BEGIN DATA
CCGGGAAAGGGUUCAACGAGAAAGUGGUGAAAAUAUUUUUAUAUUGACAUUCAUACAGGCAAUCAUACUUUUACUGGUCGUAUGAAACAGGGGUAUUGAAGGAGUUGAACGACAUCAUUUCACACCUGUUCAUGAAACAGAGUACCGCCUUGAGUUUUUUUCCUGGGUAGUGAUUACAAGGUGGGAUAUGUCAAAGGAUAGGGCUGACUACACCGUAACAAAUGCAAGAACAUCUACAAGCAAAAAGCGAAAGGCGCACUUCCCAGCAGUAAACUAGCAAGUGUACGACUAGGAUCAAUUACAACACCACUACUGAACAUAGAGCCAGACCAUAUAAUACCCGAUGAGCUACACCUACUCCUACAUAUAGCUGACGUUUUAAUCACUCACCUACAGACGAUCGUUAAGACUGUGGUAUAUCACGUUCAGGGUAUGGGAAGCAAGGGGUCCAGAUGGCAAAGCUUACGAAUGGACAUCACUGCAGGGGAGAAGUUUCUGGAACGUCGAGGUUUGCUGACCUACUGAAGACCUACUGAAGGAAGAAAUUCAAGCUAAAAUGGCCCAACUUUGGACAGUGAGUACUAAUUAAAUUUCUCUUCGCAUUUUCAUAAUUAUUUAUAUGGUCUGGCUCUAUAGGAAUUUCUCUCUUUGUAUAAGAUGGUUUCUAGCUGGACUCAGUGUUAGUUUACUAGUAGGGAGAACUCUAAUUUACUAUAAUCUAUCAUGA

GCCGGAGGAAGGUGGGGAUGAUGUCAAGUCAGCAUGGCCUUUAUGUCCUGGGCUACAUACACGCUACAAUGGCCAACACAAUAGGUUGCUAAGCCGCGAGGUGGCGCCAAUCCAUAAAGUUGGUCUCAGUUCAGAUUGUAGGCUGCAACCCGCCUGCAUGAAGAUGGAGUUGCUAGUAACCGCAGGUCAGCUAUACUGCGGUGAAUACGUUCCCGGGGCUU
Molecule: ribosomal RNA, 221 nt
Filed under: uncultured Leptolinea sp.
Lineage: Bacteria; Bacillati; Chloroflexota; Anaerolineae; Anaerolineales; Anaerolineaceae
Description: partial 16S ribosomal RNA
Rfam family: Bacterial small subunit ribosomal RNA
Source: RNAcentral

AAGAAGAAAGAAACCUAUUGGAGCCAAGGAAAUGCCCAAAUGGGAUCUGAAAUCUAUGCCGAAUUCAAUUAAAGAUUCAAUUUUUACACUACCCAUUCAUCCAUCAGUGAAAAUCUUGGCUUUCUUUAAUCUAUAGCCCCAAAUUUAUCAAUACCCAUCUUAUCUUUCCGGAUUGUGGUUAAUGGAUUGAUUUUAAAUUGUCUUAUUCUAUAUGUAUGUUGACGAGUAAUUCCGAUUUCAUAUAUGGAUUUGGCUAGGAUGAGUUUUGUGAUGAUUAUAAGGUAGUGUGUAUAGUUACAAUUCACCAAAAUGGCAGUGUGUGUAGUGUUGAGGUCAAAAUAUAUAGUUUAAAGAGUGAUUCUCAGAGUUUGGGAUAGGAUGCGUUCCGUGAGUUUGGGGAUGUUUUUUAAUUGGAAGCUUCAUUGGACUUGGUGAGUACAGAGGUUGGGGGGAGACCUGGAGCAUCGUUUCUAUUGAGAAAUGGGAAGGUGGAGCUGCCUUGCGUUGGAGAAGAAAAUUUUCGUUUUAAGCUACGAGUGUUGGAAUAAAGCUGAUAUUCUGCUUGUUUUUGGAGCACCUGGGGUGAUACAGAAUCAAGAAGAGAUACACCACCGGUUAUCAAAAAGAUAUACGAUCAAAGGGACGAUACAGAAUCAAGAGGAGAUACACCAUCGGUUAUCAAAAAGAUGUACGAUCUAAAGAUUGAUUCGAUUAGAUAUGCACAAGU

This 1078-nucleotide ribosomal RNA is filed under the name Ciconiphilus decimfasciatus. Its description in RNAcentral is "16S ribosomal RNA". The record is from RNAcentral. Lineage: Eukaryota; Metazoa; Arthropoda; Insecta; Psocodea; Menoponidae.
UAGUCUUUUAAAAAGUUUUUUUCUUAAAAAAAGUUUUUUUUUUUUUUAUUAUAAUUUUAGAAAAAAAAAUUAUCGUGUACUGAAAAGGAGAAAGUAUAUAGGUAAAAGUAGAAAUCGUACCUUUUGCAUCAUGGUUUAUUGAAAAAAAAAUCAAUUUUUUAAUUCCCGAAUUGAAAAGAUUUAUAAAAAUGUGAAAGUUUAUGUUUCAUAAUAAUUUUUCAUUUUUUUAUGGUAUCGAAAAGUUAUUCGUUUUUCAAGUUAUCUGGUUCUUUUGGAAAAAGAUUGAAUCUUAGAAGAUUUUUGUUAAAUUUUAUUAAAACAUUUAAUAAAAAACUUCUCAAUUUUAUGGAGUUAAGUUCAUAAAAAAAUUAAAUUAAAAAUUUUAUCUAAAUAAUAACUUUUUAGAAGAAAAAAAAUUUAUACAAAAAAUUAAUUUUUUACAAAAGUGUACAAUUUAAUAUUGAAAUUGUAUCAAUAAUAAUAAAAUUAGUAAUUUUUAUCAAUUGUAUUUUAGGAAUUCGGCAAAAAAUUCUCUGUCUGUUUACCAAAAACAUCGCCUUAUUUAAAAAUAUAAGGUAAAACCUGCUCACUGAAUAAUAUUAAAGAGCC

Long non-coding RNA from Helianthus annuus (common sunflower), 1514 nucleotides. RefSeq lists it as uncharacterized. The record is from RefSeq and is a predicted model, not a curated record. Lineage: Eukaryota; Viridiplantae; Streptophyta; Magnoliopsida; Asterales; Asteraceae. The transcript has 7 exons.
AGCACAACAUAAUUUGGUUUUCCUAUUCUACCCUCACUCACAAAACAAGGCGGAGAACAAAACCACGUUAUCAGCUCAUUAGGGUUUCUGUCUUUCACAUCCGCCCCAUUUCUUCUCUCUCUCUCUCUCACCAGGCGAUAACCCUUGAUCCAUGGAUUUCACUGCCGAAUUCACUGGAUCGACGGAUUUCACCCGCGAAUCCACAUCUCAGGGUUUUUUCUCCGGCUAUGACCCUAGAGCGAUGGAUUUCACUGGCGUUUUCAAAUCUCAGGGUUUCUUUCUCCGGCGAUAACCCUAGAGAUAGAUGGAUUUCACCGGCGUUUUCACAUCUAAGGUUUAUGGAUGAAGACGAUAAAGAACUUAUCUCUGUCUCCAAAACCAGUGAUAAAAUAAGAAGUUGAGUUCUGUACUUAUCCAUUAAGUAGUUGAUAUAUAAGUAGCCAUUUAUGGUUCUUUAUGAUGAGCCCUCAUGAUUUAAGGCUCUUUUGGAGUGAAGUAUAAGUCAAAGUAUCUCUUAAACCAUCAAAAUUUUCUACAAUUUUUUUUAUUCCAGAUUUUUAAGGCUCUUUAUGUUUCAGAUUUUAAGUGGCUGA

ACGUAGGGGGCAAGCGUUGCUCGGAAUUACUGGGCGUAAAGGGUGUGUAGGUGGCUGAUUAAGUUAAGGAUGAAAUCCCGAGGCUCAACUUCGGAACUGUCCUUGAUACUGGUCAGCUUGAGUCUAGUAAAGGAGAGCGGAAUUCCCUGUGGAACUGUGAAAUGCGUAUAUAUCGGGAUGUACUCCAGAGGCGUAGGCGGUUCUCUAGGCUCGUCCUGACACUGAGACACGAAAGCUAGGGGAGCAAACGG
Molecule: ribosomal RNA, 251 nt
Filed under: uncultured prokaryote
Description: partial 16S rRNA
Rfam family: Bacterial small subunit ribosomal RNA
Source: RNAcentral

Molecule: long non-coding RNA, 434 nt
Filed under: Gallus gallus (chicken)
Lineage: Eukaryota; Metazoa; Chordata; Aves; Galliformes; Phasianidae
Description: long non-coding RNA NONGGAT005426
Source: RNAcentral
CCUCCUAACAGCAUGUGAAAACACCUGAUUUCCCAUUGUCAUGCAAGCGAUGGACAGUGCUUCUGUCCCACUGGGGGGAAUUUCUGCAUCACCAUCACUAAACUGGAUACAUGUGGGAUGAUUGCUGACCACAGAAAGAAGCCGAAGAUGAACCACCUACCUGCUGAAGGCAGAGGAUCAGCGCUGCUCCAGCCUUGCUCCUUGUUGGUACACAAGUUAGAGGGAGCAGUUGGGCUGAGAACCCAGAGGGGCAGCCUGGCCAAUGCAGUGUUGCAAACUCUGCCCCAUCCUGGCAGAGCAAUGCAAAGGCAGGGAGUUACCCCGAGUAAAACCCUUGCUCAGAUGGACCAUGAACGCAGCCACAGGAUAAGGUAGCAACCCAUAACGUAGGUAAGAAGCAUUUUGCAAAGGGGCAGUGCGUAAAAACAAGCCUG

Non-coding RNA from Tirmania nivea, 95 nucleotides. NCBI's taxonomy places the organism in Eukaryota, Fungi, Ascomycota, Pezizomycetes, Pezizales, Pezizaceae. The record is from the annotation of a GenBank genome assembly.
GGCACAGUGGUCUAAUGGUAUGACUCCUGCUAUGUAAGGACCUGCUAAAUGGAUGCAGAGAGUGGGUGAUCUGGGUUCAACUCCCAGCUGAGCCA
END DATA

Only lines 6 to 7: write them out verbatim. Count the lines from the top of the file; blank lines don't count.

Description: partial 16S ribosomal RNA
Rfam family: Bacterial small subunit ribosomal RNA